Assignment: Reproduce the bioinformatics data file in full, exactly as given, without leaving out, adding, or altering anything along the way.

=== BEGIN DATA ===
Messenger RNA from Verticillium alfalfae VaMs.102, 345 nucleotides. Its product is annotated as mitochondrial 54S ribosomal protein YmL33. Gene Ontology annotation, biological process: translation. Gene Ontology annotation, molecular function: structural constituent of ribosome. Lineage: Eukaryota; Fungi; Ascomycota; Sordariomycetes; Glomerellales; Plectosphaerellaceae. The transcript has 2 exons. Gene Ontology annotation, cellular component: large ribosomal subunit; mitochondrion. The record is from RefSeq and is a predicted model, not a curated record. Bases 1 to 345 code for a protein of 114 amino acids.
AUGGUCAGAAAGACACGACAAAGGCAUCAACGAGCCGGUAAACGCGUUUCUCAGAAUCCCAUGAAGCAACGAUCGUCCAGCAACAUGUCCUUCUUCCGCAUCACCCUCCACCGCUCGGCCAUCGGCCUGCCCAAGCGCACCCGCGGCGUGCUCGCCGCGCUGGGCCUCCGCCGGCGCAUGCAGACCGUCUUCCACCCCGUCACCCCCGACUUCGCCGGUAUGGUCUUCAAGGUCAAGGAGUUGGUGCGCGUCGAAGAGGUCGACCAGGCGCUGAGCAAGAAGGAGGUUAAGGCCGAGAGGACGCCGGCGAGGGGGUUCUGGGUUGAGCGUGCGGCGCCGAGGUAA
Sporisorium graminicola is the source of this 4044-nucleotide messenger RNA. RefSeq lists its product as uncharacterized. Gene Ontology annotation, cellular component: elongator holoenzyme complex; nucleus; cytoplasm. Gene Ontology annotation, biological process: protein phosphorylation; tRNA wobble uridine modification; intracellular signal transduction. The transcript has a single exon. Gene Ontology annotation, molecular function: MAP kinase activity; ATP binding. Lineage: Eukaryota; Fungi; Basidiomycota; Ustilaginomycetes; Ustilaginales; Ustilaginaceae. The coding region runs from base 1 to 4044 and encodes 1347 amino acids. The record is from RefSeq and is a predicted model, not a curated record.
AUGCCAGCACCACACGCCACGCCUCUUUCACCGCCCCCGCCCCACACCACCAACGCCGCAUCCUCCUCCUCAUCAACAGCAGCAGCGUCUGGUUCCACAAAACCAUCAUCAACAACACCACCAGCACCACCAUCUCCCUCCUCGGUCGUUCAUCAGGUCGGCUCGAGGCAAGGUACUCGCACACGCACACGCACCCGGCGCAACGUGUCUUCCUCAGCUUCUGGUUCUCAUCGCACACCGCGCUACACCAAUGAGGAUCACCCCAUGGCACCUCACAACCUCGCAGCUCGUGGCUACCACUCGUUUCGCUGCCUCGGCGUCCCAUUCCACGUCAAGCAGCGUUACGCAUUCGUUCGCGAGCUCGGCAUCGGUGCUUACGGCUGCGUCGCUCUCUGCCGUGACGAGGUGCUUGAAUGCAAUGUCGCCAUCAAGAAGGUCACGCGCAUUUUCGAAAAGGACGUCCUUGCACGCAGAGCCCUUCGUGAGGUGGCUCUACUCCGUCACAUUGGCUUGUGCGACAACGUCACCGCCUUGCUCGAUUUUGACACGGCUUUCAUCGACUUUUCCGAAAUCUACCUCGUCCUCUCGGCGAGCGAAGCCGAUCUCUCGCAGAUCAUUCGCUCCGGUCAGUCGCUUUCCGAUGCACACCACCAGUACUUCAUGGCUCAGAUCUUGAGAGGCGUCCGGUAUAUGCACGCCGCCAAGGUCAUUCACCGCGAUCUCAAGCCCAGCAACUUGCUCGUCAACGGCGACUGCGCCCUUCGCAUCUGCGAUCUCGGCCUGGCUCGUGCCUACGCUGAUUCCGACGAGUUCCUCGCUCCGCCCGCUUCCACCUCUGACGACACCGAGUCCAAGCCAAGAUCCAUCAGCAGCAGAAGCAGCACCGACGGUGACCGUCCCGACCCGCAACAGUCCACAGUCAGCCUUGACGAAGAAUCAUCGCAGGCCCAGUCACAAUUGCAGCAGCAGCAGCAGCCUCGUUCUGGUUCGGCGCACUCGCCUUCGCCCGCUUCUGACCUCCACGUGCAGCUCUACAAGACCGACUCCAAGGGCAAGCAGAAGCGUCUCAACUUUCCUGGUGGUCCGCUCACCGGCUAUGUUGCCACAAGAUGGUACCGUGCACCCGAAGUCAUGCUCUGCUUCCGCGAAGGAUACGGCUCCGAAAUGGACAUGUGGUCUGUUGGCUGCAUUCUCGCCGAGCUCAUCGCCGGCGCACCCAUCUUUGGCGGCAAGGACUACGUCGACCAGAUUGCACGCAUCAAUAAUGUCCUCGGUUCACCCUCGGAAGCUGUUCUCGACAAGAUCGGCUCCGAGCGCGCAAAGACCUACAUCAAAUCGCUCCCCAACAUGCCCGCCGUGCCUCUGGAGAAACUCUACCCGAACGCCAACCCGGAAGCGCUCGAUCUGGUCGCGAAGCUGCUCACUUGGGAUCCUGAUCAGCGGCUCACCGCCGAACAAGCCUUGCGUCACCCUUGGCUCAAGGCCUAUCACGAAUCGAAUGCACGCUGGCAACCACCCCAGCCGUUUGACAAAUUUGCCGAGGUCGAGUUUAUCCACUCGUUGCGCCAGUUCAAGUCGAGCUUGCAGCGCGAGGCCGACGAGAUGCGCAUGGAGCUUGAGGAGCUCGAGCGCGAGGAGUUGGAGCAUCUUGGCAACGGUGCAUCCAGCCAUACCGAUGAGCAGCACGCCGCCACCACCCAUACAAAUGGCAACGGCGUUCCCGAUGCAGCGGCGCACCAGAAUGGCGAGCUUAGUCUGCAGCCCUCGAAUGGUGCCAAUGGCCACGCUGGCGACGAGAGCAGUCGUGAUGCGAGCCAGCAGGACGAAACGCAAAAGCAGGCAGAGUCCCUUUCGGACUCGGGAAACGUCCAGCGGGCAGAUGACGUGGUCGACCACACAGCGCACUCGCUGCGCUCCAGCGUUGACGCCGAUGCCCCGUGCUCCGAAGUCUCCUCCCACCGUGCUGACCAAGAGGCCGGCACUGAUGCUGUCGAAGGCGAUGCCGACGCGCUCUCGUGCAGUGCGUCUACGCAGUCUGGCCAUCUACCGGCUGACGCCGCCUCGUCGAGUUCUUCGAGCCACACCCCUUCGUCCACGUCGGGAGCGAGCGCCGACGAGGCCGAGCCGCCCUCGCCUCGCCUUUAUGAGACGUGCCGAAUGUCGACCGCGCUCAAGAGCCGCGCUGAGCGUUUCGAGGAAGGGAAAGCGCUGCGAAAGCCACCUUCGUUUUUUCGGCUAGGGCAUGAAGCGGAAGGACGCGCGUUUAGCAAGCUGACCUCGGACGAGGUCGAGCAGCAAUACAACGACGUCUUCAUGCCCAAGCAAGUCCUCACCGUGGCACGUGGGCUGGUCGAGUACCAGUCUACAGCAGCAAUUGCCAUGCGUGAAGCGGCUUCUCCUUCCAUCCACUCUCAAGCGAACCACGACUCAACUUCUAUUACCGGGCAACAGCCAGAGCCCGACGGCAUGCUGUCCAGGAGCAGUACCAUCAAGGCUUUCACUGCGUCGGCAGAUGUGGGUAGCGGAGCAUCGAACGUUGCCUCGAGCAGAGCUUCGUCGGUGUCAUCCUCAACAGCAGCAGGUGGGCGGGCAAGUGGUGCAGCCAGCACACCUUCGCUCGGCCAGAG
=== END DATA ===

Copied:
Messenger RNA from Verticillium alfalfae VaMs.102, 345 nucleotides. Its product is annotated as mitochondrial 54S ribosomal protein YmL33. Gene Ontology annotation, biological process: translation. Gene Ontology annotation, molecular function: structural constituent of ribosome. Lineage: Eukaryota; Fungi; Ascomycota; Sordariomycetes; Glomerellales; Plectosphaerellaceae. The transcript has 2 exons. Gene Ontology annotation, cellular component: large ribosomal subunit; mitochondrion. The record is from RefSeq and is a predicted model, not a curated record. Bases 1 to 345 code for a protein of 114 amino acids.
AUGGUCAGAAAGACACGACAAAGGCAUCAACGAGCCGGUAAACGCGUUUCUCAGAAUCCCAUGAAGCAACGAUCGUCCAGCAACAUGUCCUUCUUCCGCAUCACCCUCCACCGCUCGGCCAUCGGCCUGCCCAAGCGCACCCGCGGCGUGCUCGCCGCGCUGGGCCUCCGCCGGCGCAUGCAGACCGUCUUCCACCCCGUCACCCCCGACUUCGCCGGUAUGGUCUUCAAGGUCAAGGAGUUGGUGCGCGUCGAAGAGGUCGACCAGGCGCUGAGCAAGAAGGAGGUUAAGGCCGAGAGGACGCCGGCGAGGGGGUUCUGGGUUGAGCGUGCGGCGCCGAGGUAA
Sporisorium graminicola is the source of this 4044-nucleotide messenger RNA. RefSeq lists its product as uncharacterized. Gene Ontology annotation, cellular component: elongator holoenzyme complex; nucleus; cytoplasm. Gene Ontology annotation, biological process: protein phosphorylation; tRNA wobble uridine modification; intracellular signal transduction. The transcript has a single exon. Gene Ontology annotation, molecular function: MAP kinase activity; ATP binding. Lineage: Eukaryota; Fungi; Basidiomycota; Ustilaginomycetes; Ustilaginales; Ustilaginaceae. The coding region runs from base 1 to 4044 and encodes 1347 amino acids. The record is from RefSeq and is a predicted model, not a curated record.
AUGCCAGCACCACACGCCACGCCUCUUUCACCGCCCCCGCCCCACACCACCAACGCCGCAUCCUCCUCCUCAUCAACAGCAGCAGCGUCUGGUUCCACAAAACCAUCAUCAACAACACCACCAGCACCACCAUCUCCCUCCUCGGUCGUUCAUCAGGUCGGCUCGAGGCAAGGUACUCGCACACGCACACGCACCCGGCGCAACGUGUCUUCCUCAGCUUCUGGUUCUCAUCGCACACCGCGCUACACCAAUGAGGAUCACCCCAUGGCACCUCACAACCUCGCAGCUCGUGGCUACCACUCGUUUCGCUGCCUCGGCGUCCCAUUCCACGUCAAGCAGCGUUACGCAUUCGUUCGCGAGCUCGGCAUCGGUGCUUACGGCUGCGUCGCUCUCUGCCGUGACGAGGUGCUUGAAUGCAAUGUCGCCAUCAAGAAGGUCACGCGCAUUUUCGAAAAGGACGUCCUUGCACGCAGAGCCCUUCGUGAGGUGGCUCUACUCCGUCACAUUGGCUUGUGCGACAACGUCACCGCCUUGCUCGAUUUUGACACGGCUUUCAUCGACUUUUCCGAAAUCUACCUCGUCCUCUCGGCGAGCGAAGCCGAUCUCUCGCAGAUCAUUCGCUCCGGUCAGUCGCUUUCCGAUGCACACCACCAGUACUUCAUGGCUCAGAUCUUGAGAGGCGUCCGGUAUAUGCACGCCGCCAAGGUCAUUCACCGCGAUCUCAAGCCCAGCAACUUGCUCGUCAACGGCGACUGCGCCCUUCGCAUCUGCGAUCUCGGCCUGGCUCGUGCCUACGCUGAUUCCGACGAGUUCCUCGCUCCGCCCGCUUCCACCUCUGACGACACCGAGUCCAAGCCAAGAUCCAUCAGCAGCAGAAGCAGCACCGACGGUGACCGUCCCGACCCGCAACAGUCCACAGUCAGCCUUGACGAAGAAUCAUCGCAGGCCCAGUCACAAUUGCAGCAGCAGCAGCAGCCUCGUUCUGGUUCGGCGCACUCGCCUUCGCCCGCUUCUGACCUCCACGUGCAGCUCUACAAGACCGACUCCAAGGGCAAGCAGAAGCGUCUCAACUUUCCUGGUGGUCCGCUCACCGGCUAUGUUGCCACAAGAUGGUACCGUGCACCCGAAGUCAUGCUCUGCUUCCGCGAAGGAUACGGCUCCGAAAUGGACAUGUGGUCUGUUGGCUGCAUUCUCGCCGAGCUCAUCGCCGGCGCACCCAUCUUUGGCGGCAAGGACUACGUCGACCAGAUUGCACGCAUCAAUAAUGUCCUCGGUUCACCCUCGGAAGCUGUUCUCGACAAGAUCGGCUCCGAGCGCGCAAAGACCUACAUCAAAUCGCUCCCCAACAUGCCCGCCGUGCCUCUGGAGAAACUCUACCCGAACGCCAACCCGGAAGCGCUCGAUCUGGUCGCGAAGCUGCUCACUUGGGAUCCUGAUCAGCGGCUCACCGCCGAACAAGCCUUGCGUCACCCUUGGCUCAAGGCCUAUCACGAAUCGAAUGCACGCUGGCAACCACCCCAGCCGUUUGACAAAUUUGCCGAGGUCGAGUUUAUCCACUCGUUGCGCCAGUUCAAGUCGAGCUUGCAGCGCGAGGCCGACGAGAUGCGCAUGGAGCUUGAGGAGCUCGAGCGCGAGGAGUUGGAGCAUCUUGGCAACGGUGCAUCCAGCCAUACCGAUGAGCAGCACGCCGCCACCACCCAUACAAAUGGCAACGGCGUUCCCGAUGCAGCGGCGCACCAGAAUGGCGAGCUUAGUCUGCAGCCCUCGAAUGGUGCCAAUGGCCACGCUGGCGACGAGAGCAGUCGUGAUGCGAGCCAGCAGGACGAAACGCAAAAGCAGGCAGAGUCCCUUUCGGACUCGGGAAACGUCCAGCGGGCAGAUGACGUGGUCGACCACACAGCGCACUCGCUGCGCUCCAGCGUUGACGCCGAUGCCCCGUGCUCCGAAGUCUCCUCCCACCGUGCUGACCAAGAGGCCGGCACUGAUGCUGUCGAAGGCGAUGCCGACGCGCUCUCGUGCAGUGCGUCUACGCAGUCUGGCCAUCUACCGGCUGACGCCGCCUCGUCGAGUUCUUCGAGCCACACCCCUUCGUCCACGUCGGGAGCGAGCGCCGACGAGGCCGAGCCGCCCUCGCCUCGCCUUUAUGAGACGUGCCGAAUGUCGACCGCGCUCAAGAGCCGCGCUGAGCGUUUCGAGGAAGGGAAAGCGCUGCGAAAGCCACCUUCGUUUUUUCGGCUAGGGCAUGAAGCGGAAGGACGCGCGUUUAGCAAGCUGACCUCGGACGAGGUCGAGCAGCAAUACAACGACGUCUUCAUGCCCAAGCAAGUCCUCACCGUGGCACGUGGGCUGGUCGAGUACCAGUCUACAGCAGCAAUUGCCAUGCGUGAAGCGGCUUCUCCUUCCAUCCACUCUCAAGCGAACCACGACUCAACUUCUAUUACCGGGCAACAGCCAGAGCCCGACGGCAUGCUGUCCAGGAGCAGUACCAUCAAGGCUUUCACUGCGUCGGCAGAUGUGGGUAGCGGAGCAUCGAACGUUGCCUCGAGCAGAGCUUCGUCGGUGUCAUCCUCAACAGCAGCAGGUGGGCGGGCAAGUGGUGCAGCCAGCACACCUUCGCUCGGCCAGAG